12 July 2022

Territory records 1174 new COVID-19 infections; reinfection periods now 28 days in ACT, NSW

| Lottie Twyford
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COVID test

As of midnight, the reinfection period for COVID-19 patients has been reduced to 28 days. Photo: Canberra Health Services.

After warnings of skyrocketing caseloads in the coming weeks from the Chief Health Officer yesterday, the ACT has today reported 1174 (580 PCR and 594 RAT) new COVID-19 infections.

It comes as the dramatically reduced reinfection period – from 12 weeks to four weeks – came into effect in the Territory at midnight.

It means anyone who experiences symptoms from 28 days after they are cleared from their initial infection is now required to test for the virus and isolate.

A similar change, announced by NSW Health this morning, came into effect immediately in that state in line with recommendations from the Australian Health Protection Principal Committee made late last week.

It’s believed the more infectious sub-variants of BA.4 and BA.5, which are projected to become the dominant strains nationwide, are better at evading immunity from previous infection.

Kerryn Coleman

ACT Chief Health Officer Dr Kerryn Coleman supported moving away from daily, public reporting of COVID-19 statistics. Photo: Michelle Kroll.

Chief Health Officer Dr Kerryn Coleman yesterday said it was difficult, if not impossible, to predict how many people would be reinfected with the virus.

According to ACT Health’s latest weekly epidemiological report, 3 per cent of the cases reported (8454) were repeat infections.

That number is expected to increase as immunity wanes following COVID-19 infection, vaccination, and as the BA.5 subvariant replaces BA.2 as the dominant variant in the ACT and nationally.

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Professor Peter Collignon last week said measuring reinfections would also prove difficult as some overseas evidence suggested a second and even a third infection would – for most people – be less severe when compared with their first episode.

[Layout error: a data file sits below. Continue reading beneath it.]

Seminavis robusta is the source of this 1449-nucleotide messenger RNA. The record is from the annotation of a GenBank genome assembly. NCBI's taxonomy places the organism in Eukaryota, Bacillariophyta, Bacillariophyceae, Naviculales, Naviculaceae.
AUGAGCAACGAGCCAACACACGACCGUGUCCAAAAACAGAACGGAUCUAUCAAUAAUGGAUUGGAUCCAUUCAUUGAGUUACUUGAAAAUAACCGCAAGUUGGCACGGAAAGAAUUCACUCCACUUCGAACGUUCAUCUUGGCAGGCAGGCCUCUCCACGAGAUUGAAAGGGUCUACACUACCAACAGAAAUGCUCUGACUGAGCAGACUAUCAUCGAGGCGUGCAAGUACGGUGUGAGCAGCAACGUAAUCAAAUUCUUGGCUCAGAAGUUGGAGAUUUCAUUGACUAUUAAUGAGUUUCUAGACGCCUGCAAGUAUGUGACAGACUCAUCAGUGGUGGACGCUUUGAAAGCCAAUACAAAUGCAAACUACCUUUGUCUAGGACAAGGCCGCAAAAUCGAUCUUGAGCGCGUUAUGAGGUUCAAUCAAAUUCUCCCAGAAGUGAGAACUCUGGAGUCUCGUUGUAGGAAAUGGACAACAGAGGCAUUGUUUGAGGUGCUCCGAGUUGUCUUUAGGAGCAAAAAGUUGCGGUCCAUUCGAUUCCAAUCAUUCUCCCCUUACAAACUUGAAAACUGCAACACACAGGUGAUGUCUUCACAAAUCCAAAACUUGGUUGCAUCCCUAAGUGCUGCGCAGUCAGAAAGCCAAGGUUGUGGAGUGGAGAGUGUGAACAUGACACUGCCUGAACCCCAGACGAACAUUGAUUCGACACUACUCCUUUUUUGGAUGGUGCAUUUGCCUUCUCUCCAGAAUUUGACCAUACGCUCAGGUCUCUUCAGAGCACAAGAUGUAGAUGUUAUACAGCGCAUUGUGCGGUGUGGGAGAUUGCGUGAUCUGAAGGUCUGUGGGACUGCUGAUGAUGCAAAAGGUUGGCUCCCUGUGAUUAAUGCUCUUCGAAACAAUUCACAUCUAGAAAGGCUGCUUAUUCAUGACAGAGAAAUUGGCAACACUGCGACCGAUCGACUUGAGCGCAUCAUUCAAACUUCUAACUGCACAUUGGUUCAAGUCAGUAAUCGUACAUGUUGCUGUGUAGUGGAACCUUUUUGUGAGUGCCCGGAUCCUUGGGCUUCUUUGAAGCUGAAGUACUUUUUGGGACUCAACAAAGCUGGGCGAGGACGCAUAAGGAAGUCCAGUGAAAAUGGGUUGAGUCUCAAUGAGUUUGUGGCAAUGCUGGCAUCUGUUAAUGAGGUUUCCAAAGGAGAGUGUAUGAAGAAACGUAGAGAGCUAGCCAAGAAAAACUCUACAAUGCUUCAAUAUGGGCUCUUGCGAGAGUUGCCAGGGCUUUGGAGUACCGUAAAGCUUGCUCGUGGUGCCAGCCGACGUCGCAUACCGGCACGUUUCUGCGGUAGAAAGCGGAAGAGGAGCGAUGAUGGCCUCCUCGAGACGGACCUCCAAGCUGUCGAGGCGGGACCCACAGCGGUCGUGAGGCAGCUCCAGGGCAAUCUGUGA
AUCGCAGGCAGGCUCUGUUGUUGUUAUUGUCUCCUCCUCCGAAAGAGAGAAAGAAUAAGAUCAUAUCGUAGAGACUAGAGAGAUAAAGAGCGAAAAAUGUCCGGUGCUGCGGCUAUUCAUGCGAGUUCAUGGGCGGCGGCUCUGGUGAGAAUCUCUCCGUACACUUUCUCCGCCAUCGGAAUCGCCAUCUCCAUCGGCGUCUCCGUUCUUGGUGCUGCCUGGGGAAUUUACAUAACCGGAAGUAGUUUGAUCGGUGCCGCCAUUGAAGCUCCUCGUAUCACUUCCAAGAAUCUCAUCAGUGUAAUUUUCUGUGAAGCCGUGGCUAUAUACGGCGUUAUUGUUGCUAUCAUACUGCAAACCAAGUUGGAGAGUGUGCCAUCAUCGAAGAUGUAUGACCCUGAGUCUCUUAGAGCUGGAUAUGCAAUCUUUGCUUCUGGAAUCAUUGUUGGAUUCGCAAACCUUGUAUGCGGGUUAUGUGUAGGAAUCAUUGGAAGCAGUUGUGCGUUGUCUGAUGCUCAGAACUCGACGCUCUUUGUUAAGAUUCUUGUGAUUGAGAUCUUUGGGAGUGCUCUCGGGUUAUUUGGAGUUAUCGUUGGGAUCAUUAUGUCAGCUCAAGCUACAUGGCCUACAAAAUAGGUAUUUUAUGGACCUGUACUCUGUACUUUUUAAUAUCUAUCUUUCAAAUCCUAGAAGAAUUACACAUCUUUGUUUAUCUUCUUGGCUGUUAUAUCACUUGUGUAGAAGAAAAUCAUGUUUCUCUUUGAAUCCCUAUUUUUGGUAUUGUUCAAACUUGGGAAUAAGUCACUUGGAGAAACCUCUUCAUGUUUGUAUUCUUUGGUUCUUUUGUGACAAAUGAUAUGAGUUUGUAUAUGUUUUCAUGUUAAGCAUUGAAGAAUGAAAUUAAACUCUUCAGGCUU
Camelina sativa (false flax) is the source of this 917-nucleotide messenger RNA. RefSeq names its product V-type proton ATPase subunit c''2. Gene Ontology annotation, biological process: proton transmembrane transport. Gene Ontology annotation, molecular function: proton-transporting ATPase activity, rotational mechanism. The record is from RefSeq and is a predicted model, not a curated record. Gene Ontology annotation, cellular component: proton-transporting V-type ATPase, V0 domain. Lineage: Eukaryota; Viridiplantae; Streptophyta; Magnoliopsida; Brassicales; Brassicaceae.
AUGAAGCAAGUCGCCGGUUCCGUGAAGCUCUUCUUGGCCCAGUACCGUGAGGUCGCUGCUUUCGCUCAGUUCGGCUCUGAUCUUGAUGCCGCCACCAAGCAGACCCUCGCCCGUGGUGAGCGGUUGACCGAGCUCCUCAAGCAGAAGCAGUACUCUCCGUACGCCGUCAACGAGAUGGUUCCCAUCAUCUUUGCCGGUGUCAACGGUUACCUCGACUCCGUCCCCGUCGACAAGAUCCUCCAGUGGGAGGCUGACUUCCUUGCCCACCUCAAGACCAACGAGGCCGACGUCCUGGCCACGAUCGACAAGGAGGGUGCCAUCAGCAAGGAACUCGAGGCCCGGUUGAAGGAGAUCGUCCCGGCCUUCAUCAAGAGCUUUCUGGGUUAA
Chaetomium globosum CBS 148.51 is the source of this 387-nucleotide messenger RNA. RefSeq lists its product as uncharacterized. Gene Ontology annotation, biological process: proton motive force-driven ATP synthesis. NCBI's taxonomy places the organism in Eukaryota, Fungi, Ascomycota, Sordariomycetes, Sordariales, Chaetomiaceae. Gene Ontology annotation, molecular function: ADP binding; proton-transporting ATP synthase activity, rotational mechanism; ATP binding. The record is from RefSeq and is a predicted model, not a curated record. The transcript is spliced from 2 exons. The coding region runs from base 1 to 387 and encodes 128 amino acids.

For this reason, he said many people may not get tested if they have only extremely mild symptoms meaning true caseloads would not be known.

The infectious diseases expert believes it’s almost time to move away from measuring and reporting on COVID-19 cases because of the likelihood many people aren’t testing for or reporting a positive case of COVID-19.

Yesterday, Dr Coleman said she’d also support moving away from reporting daily COVID-19 case numbers if the community called for that.

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Locally, there are 140 patients in Canberra Hospital with the virus. Of these, three are in ICU and three require ventilation.

There are now 7355 (3946 PCR and 3409 RAT) known active infections in the Territory.

A total of 172,120 (102,469 PCR and 69,651 RAT) COVID-19 cases have been recorded since the pandemic began in March 2020.

The double-dose vaccination rate for the ACT’s five-plus population remains 97.4 per cent and 77.5 per cent of residents aged 16 and older have received a booster.

Of ACT residents aged five to 11, 69.4 per cent have received two doses of vaccine.

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Interstate, NSW has reported 20 deaths overnight and 10,806 new cases of COVID-19.

There are now 2049 people in hospital with the virus and 58 people in ICUs around the state.

Victoria has reported 16 deaths overnight and 10,627 cases of COVID-19.

There are now 737 people hospitalised with the virus and 39 patients are in the state’s intensive care units.

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So the re-infection period after being sick with Covid is now 28 days, but you can’t get your next vaccination for 12 weeks. What are you supposed to do during the 8 weeks in between?

I would wear a mask, avoid unnecessary close contact, and wash my hands. What would you do?

I was already doing that and still got sick. Admittedly not very sick so the vaccines obviously work but it’s galling to keep getting told to get vaccinated when you actually can’t. And so many people are just wandering around, mouths open, breathing all over you.

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